Tropical Storm Otto drenches Caribbean islands as it whirls toward Azores

By Danica Coto, AP
Thursday, October 7, 2010

Otto becomes tropical storm on mid-Atlantic track

SAN JUAN, Puerto Rico — Raging floodwaters from Tropical Storm Otto overturned cars, toppled power lines and washed out roads in the northeastern Caribbean, officials said Thursday, as high seas stalled efforts to free a grounded oil tanker.

The British Virgin Islands has been hit with the worst flooding in the territory’s history, prompting the government to declare a state of emergency, according to Sharleen Dabreo, director of the Department of Disaster Management.

The rush of water downed utility lines, broke underground drainage pipes and flipped cars that remain mired in mud.

“It’s almost like a river stripped through the center of Road Town,” said Gov. William Boyd McCleary, who told The Associated Press that nearly 20 inches (51 centimeters) of rain have fallen since Tuesday.

“We’ve got a pretty serious situation here,” McCleary said. “We’re not out of the woods yet.”

Dozens of people were without power and water Thursday afternoon, with most of the damage reported in Road Town, the British Virgin Islands capital, and elsewhere on the island of Tortola. Schools will remain closed until Monday, but government offices will reopen on Friday, McCleary said.

Officials also closed schools in the U.S. Virgin Islands and in St. Kitts and Nevis, where government spokesman Erasmus Williams said rough waters were still frustrating efforts to free an oil tanker that broke free of its moorings and ran aground in the capital’s harbor Monday.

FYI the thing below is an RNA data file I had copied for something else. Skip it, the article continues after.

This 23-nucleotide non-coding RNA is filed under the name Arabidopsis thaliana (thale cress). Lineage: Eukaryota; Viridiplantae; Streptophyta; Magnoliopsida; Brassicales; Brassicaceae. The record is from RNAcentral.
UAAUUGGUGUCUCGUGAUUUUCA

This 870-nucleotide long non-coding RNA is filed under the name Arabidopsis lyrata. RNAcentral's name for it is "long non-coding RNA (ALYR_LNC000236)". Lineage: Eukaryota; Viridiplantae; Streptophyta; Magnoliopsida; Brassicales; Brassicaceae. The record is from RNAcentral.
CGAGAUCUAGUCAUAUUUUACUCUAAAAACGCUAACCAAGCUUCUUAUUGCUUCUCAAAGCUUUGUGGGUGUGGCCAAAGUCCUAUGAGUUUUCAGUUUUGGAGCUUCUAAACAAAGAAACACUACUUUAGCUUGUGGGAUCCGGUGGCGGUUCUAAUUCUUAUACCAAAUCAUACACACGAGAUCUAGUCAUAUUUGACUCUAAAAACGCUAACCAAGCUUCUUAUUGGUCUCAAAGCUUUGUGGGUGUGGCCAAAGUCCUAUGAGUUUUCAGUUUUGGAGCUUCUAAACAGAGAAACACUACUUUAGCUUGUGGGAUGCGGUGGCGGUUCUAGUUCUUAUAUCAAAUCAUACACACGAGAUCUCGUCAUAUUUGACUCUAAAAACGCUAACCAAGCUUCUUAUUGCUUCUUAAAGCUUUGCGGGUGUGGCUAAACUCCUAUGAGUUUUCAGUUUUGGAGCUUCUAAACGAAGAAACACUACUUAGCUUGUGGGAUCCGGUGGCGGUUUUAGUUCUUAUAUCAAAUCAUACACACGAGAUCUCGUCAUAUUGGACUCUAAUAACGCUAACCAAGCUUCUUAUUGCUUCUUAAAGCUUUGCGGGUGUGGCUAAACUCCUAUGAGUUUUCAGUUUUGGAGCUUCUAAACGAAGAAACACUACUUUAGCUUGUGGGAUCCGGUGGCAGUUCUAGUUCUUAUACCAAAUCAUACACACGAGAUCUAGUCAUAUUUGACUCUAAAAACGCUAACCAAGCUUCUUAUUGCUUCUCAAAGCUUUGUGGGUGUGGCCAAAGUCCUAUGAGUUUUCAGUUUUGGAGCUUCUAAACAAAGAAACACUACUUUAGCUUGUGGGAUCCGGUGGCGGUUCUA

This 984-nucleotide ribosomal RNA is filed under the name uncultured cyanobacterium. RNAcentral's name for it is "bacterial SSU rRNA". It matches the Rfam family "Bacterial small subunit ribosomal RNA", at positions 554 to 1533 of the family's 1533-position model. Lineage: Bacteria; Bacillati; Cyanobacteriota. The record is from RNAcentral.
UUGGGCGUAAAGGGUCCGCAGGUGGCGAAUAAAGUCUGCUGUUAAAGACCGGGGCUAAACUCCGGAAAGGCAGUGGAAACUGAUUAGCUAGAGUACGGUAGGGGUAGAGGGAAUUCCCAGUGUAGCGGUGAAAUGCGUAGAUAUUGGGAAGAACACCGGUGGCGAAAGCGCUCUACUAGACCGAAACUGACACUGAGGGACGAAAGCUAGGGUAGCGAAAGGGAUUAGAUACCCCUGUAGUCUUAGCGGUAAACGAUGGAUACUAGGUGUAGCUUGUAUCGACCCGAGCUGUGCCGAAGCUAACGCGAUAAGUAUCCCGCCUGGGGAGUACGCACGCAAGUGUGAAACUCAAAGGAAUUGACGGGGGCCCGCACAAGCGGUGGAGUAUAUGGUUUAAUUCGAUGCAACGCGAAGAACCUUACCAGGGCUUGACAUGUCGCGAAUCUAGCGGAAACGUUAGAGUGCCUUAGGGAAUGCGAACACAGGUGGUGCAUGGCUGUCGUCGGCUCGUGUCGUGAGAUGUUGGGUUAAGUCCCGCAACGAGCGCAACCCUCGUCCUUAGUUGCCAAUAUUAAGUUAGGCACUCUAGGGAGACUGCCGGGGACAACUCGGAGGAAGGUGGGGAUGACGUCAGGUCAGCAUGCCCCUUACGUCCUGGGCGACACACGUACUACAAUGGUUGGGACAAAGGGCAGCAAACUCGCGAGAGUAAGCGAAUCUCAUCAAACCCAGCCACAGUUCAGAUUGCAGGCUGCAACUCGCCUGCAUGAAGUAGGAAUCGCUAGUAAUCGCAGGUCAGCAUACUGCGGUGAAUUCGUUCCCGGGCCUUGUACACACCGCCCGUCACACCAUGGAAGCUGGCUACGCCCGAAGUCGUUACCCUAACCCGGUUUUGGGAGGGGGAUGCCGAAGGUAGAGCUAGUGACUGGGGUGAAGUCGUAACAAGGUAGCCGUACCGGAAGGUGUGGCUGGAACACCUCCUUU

None of the roughly 18,000 barrels of diesel fuel inside the Turkish-flagged Azra-S have spilled.

In Puerto Rico, floods, landslides and uprooted trees forced the closure of dozens of roads, said Doris Torres, Department of Transportation spokeswoman.

An estimated 100 homes were flooded in St. Lucia, and a fishing village on the island’s east coast was declared a disaster zone.

The U.S. National Hurricane Center in Miami said Otto became a tropical storm early Thursday and had maximum sustained winds near 60 mph (95 kph) in the afternoon. It was expected to grow into at least a minimum-force hurricane with winds of 75 mph (120 kph) by Friday night or Saturday.

Otto was centered about 280 miles (455 kilometers) northeast of Grand Turk Island and moving northeast, away from Caribbean islands, at about 6 mph (9 kph). The Hurricane Center predicted the storm will advance across the open Atlantic toward the Azores archipelago off Portugal.

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